Developing with Intention: Incorporating ʻŌlelo Hawaiʻi in our Work
One of our favorite tools here at Wahine Coder is an online tool called Canva. Maybe you have heard of it? It is a user-friendly graphic design platform with easy, intuitive features that allow you to create content from scratch or build upon their curated templates. For a Freelancer in Web Development, as well as a Writer and Content Creator, it is an essential tool in managing social media output, composing presentations for clients, and creating infographics. You can create beautifully designed products with no experience necessary. And it’s easier to use than Adobe and much less expensive.
At Wahine Coder, we value our Hawaiʻi roots which means that we prioritize the accurate use of Hawaiian words and concepts when delivering cultural content in print and digital media. We think it is important to double check our work to respectfully honor language and culture. After all, as coders, we have a passion for languages and the nuances associated with each one.
Every good coder understands the importance of precision and attention to detail in the use of computer languages. If you leave out just one letter or symbol, it could create an error (also referred to as a “bug”) in your code that could take hours or even days to find and correct. We’d like to assert that the same care and attention to detail be implemented with the use of any language and, in the context of where we live and operate, especially in the use of the Hawaiian Language, or ʻŌlelo Hawaiʻi.
One of the most frequently occurring mistakes made in the use of ʻŌlelo Hawaiʻi in digital and print media is missing and inconsistent use of ʻokina and kahakō. More than just symbols, these diacritical markings help with pronunciation, especially for non Hawaiian language speakers. And for this reason, ʻokina and kahakō are essential elements when publishing public facing documents and materials. For a deeper understanding of ʻokina and kahakō, check out this article. If you are not familiar with the Hawaiian language, before you finalize your print or digital work, take the time to double check definitions, word usage, and for the correct use of diacritical markings or better yet ask a friend who is familiar with the language! At Wahine Coder, we utilize Ulukau, an online Hawaiian electronic library, particularly Nā Puke Wehewehe ʻŌlelo Hawaiʻi (Ulukau online Hawaiian language dictionary) to help us get it right! You can also pick up or order your very own Hawaiian Dictionary at Nā Mea Hāwaiʻi.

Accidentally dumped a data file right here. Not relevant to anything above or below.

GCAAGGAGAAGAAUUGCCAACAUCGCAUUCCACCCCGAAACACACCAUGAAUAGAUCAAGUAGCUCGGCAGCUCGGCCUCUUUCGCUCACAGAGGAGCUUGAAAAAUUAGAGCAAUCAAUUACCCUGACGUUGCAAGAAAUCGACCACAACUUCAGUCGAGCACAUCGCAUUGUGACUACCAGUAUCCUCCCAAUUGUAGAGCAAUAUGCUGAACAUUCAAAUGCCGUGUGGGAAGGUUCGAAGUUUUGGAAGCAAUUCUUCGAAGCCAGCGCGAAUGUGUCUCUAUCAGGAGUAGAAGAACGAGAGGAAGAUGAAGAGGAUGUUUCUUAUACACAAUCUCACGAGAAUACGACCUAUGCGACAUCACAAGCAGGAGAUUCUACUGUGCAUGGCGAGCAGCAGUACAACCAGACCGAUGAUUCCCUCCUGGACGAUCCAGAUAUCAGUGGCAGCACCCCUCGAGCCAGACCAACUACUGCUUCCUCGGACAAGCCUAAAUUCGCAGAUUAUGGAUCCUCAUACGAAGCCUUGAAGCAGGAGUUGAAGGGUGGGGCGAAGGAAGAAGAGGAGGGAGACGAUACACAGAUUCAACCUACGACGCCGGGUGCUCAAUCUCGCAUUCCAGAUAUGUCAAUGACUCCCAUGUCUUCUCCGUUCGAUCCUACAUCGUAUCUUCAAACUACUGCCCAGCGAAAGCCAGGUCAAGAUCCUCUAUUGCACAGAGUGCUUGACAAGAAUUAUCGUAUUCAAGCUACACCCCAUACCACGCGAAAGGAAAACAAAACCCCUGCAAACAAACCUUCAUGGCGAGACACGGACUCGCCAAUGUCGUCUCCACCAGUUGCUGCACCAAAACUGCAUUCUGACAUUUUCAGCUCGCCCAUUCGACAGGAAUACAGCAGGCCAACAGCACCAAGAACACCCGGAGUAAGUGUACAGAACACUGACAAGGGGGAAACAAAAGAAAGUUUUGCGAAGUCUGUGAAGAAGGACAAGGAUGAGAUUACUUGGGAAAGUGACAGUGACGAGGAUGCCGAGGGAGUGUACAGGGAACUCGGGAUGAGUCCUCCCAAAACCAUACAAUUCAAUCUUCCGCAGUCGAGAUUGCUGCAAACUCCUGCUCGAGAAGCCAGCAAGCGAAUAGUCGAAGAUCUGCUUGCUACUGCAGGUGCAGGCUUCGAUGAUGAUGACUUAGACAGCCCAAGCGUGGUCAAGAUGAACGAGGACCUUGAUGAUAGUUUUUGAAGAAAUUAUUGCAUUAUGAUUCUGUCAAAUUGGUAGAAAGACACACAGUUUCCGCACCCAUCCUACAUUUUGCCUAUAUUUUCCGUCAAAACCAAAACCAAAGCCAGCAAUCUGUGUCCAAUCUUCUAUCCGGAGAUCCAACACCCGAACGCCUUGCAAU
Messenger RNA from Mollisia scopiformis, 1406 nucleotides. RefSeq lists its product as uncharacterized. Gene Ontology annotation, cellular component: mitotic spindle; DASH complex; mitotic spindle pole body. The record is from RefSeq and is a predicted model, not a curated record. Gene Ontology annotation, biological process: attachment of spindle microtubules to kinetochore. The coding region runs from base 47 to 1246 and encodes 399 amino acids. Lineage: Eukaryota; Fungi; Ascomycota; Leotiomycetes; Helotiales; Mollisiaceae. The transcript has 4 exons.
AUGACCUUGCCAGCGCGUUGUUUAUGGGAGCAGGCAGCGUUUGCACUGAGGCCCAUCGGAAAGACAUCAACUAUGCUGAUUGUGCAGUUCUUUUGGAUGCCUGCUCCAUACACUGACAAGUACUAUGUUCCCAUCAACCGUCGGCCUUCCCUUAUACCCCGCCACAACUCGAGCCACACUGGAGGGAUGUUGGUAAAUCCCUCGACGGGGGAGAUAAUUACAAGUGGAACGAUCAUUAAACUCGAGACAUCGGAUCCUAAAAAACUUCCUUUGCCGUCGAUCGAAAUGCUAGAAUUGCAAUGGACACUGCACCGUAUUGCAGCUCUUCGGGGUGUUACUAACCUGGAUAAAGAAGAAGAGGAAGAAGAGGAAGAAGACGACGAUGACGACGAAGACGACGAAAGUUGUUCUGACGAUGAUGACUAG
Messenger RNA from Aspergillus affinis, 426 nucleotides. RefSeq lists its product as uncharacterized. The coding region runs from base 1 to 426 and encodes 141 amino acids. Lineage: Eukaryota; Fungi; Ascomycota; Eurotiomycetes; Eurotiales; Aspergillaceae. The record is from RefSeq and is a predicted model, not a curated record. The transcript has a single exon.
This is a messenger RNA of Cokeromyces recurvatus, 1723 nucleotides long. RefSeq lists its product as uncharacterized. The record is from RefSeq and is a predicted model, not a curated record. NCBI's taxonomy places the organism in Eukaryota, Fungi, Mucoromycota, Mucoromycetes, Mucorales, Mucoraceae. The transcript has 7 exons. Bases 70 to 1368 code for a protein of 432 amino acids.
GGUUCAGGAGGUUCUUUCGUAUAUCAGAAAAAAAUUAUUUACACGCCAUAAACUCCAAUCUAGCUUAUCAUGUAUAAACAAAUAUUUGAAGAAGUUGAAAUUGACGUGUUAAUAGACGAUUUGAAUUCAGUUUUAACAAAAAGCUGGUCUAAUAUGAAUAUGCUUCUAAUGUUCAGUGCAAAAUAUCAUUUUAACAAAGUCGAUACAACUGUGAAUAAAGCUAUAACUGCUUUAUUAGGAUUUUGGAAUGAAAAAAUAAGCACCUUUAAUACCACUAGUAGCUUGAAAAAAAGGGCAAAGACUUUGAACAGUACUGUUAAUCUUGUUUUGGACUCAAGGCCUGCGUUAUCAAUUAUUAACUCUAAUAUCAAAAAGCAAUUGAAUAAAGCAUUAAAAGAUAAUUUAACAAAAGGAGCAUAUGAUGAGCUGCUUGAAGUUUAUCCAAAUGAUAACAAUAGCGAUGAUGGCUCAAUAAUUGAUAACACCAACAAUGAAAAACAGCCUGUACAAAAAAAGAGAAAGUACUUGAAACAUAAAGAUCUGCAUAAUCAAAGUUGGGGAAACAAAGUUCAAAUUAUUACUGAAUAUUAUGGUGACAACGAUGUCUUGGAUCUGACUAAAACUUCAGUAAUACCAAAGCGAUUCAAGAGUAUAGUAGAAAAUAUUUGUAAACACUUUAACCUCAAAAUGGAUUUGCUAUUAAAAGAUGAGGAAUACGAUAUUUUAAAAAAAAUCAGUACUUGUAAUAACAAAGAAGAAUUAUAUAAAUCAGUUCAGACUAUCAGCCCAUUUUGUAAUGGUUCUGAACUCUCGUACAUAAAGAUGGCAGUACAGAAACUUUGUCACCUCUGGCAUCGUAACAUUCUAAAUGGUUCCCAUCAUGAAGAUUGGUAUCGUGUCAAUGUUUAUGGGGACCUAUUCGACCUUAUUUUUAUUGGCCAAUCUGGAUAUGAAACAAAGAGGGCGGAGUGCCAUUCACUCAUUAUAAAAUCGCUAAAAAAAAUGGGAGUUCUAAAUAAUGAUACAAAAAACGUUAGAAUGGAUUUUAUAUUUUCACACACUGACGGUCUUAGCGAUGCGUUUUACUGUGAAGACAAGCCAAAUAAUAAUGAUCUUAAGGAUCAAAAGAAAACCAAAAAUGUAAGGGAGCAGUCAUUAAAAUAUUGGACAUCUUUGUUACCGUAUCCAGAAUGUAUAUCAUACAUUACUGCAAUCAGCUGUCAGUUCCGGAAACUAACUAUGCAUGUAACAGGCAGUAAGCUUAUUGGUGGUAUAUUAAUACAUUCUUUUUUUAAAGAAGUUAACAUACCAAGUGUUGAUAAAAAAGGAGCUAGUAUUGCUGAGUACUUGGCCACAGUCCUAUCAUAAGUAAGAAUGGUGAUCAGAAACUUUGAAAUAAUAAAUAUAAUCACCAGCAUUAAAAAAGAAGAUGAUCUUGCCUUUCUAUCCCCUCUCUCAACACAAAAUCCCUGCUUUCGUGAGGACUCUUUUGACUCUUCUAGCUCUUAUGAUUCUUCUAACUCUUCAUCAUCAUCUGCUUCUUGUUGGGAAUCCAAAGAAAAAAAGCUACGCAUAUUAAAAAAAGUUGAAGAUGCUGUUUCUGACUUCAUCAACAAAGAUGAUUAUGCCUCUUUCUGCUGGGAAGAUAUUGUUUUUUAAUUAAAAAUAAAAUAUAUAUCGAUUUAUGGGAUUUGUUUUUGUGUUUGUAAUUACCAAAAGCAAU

Coders can understand the precision required to code well. This need for precision is mirrored in the importance of accuracy when using ʻŌlelo Hawaiʻi — which prompted our desire to create this guide.
To effectively use ʻŌlelo Hawaiʻi, you’ll need to first enable the Hawaiian Language keyboard on your device ( example below is for Mac users) by following the steps below: To use the ‘Ōlelo Hawaiʻi keyboard:
- For a lowercase kahakō — hold down OPTION (Mac)
- For an uppercase KAHAKŌ — hold down OPTION and SHIFT(Mac)
- For an ʻokina — type the apostrophe key
- For a regular apostrophe while in the ʻŌlelo Hawaiʻi keyboard — hold down the OPTION key
Finding a font that works well with the ʻokina and kahakō can be a time consuming task. Often, the font style will not render the letter accurately or the use of the kahakō could change the font style completely. A simple rule of thumb to follow is to test how the font exhibits both the ʻokina and kahakō before commiting to the font. Here are a few of our favorite ʻŌlelo Hawaiʻi friendly fonts in Canva. Keep in mind that the different font groupings are designed to be used for different purposes. The ʻokina and kahakō can be difficult to see and are particularly dependent on the font size. If it is too small or there is not enough spacing you could lose the ʻokina and kahakō completely so always be sure to test the font in it’s desired size when using ‘Ōlelo Hawaiʻi in your designs.
Lastly, we are always learning at Wahine Coder and welcome your feedback and shared ideas around how to represent ʻŌlelo Hawaiʻi with reverence in all spaces including but not limited to print and digital media.